Despite the popularity of object relations theories, these theories are often abstract, with the relation between theory and clinical technique left vague and unclear. In his widely praised Object Relations Theories and Psychopathology: A Comprehensive Text (1994), Frank Summers provided critical accounts of the work of each major object relations theorist with an eye to understanding how each theorist approached issues of technique. One point of his undertaking was to demonstrate how object relations theorists differ among themselves, even contradict one another, in providing guidelines for clinical work. Now, in Transcending the Self: An Object Relations Model of Psychoanalytic Therapy, Summers answers the need for an integrative object relations model that can be understood and applied by the clinician in the daily conduct of psychoanalytic therapy.
It is the object relations viewpoint, for Summers, that best addresses contemporary criticisms of classical psychoanalysis and ego psychology while retaining the depth-psychological focus that has always been the strength of psychoanalytic therapy. Drawing on recent infancy research, developmental psychology, and the works of major theorists, including Bollas, Benjamin, Fairbairn, Guntrip, Kohut, and Winnicott, Summers melds diverse object-relational contributions into a coherent viewpoint with broad clinical applications. The object relations model emerges as a distinct amalgam of interpersonal/relational and interpretive perspectives. It is a model that can help patients undertake the most gratifying and treacherous of personality journeys: that aiming at the transcendence of the childhood self. Self-transcendence, in Summers' sense, means moving beyond the profound limitations of early life via the therapeutically mediated creation of a newly meaningful and authentic sense of self.
Summers uses a full-length case presentation as the vehicle for situating his object relations model between two broad psychoanalytic paradigms, ego psychology and relational psychoanalysis. Following two chapters that present the empirical and theoretical basis of the model, he launches into clinical applications by presenting the concept of therapeutic action that derives from the model. Then, in three successive chapters, he applies the model to patients traditionally conceptualized as borderline, narcissistic, and neurotic. He concludes with a chapter that addresses more broadly the craft of conducting psychoanalytic therapy.
Filled with richly detailed case discussions, Transcending the Self provides practicing clinicians with a powerful demonstration of how psychoanalytic therapy informed by an object relations model can effect radical personality change. It is an outstanding example of integrative theorizing in the service of a real-world therapeutic approach. -- from the publisher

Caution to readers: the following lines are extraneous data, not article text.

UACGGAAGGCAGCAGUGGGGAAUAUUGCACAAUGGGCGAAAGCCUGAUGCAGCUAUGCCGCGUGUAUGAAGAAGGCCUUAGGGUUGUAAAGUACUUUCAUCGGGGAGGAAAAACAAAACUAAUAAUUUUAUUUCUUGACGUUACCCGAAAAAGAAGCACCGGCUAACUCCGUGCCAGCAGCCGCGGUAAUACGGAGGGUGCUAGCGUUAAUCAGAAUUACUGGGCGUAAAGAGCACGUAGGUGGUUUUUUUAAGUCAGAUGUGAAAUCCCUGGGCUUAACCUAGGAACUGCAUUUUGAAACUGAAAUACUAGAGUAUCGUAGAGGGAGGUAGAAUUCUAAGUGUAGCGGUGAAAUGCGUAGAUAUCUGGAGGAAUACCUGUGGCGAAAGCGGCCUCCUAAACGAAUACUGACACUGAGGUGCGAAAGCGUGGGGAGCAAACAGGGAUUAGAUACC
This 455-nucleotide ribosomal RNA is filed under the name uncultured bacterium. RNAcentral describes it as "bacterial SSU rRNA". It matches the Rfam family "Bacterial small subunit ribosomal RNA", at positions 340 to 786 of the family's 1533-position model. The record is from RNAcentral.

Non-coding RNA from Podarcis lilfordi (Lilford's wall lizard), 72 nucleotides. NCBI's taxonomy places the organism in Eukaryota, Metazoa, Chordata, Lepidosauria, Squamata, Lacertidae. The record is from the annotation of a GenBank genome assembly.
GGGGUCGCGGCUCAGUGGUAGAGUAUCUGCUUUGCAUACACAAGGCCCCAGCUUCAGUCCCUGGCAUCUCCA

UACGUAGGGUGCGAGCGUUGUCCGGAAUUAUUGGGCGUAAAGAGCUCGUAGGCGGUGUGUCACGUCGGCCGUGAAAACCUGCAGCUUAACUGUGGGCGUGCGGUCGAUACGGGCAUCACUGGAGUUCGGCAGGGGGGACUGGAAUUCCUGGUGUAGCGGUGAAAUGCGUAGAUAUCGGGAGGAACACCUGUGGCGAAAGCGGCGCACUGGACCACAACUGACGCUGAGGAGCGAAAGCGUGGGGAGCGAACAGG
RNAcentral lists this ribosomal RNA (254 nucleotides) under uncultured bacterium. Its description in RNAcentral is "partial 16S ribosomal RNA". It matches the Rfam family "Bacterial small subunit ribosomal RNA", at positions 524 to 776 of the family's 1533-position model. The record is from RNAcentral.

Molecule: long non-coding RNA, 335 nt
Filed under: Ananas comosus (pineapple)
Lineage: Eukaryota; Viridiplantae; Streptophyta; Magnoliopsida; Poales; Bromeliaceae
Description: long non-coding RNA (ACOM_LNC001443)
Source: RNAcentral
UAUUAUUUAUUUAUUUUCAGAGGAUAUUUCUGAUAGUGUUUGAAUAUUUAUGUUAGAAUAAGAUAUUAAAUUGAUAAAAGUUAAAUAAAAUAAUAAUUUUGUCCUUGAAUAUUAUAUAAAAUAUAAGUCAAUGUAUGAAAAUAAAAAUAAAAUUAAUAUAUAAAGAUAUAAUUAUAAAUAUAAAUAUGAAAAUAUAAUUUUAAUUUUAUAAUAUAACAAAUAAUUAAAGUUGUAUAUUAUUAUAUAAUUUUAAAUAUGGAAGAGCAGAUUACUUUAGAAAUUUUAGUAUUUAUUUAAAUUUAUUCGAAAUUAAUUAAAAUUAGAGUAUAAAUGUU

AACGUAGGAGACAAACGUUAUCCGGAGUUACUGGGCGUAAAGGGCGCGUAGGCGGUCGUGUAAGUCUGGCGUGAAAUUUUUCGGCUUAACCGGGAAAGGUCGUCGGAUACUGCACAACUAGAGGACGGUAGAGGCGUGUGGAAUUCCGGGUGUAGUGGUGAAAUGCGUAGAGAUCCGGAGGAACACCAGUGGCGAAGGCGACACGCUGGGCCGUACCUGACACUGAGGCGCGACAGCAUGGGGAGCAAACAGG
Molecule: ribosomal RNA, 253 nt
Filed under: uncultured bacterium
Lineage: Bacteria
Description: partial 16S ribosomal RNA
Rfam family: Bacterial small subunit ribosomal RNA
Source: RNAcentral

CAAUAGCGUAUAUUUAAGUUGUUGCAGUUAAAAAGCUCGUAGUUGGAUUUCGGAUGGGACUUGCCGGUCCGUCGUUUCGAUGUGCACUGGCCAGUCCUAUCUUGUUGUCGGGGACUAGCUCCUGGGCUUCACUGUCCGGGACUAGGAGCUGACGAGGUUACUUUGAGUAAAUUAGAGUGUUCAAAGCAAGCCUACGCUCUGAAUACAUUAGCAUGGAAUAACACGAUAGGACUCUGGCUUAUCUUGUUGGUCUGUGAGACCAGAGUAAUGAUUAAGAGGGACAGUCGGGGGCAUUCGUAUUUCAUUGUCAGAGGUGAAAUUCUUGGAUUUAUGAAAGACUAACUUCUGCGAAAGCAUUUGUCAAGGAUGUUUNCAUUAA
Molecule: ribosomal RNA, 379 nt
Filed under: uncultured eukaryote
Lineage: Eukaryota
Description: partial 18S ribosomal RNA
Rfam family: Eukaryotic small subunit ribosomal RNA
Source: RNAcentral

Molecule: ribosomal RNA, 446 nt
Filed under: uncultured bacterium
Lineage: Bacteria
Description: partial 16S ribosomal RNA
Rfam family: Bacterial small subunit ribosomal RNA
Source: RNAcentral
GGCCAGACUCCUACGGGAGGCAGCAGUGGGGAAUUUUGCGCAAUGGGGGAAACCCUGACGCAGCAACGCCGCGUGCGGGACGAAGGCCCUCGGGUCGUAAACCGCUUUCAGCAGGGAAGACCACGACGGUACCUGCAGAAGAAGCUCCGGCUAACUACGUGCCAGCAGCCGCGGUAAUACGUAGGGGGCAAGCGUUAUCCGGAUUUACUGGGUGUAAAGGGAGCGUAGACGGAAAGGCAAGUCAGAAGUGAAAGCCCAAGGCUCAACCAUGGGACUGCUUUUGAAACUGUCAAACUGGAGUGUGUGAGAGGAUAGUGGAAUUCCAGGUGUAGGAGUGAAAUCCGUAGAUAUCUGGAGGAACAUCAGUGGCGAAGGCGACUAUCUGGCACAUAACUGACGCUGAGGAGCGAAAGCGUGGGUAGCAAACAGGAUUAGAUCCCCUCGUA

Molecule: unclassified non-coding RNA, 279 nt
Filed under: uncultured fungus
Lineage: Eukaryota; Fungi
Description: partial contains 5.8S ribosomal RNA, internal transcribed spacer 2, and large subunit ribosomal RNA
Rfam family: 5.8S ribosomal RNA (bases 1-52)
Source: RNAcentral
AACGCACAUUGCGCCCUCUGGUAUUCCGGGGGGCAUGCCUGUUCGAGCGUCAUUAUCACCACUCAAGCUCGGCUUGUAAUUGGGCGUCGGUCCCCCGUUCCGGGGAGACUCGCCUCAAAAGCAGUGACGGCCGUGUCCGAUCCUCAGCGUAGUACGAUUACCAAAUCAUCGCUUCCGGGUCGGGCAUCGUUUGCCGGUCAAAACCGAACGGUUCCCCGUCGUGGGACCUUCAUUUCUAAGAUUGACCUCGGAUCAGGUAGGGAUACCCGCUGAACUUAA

"Dr. Summers presents us with a new paradigm for psychoanalytic technique that is most welcome at this time. He uses in-depth clinical case illustrations to compare the relevant ideas of ego psychology, relational psychoanalysis, and object relations theories, and then creatively adds his own stamp in the form of his astute appreciation of "transference." His notion of self-transcendence calls to mind Michelangelo's remark that, in creating a sculpture, he simply cut away excess marble in order to free the image he always knew was there. To this simile, Dr. Summers adds the clinical insight that the analysand's latent potential, as it becomes freed from its symptom signifiers, becomes an enthusiastic coparticipant in the transcending process. This very worthwhile contribution to the technique of psychoanalytic therapy is warmly recommended to all mental health professionals."-- James S. Grotstein, M.D., Training and Supervising Analyst, Los Angeles Psychoanalytic Institute
"In this very thoughtful and important work, Frank Summers presents a unique integration of ego psychological and relational theories and then, relying on several extended clinical examples, demonstrates the implications of this integrative viewpoint for understanding the nature of therapeutic action in psychoanalytic therapy with a wide range of patients. Highly recommended as both a theoretical and clinical contribution."--< Sidney J. Blatt, Ph.D., Professor of Psychiatry and Psychology, Yale University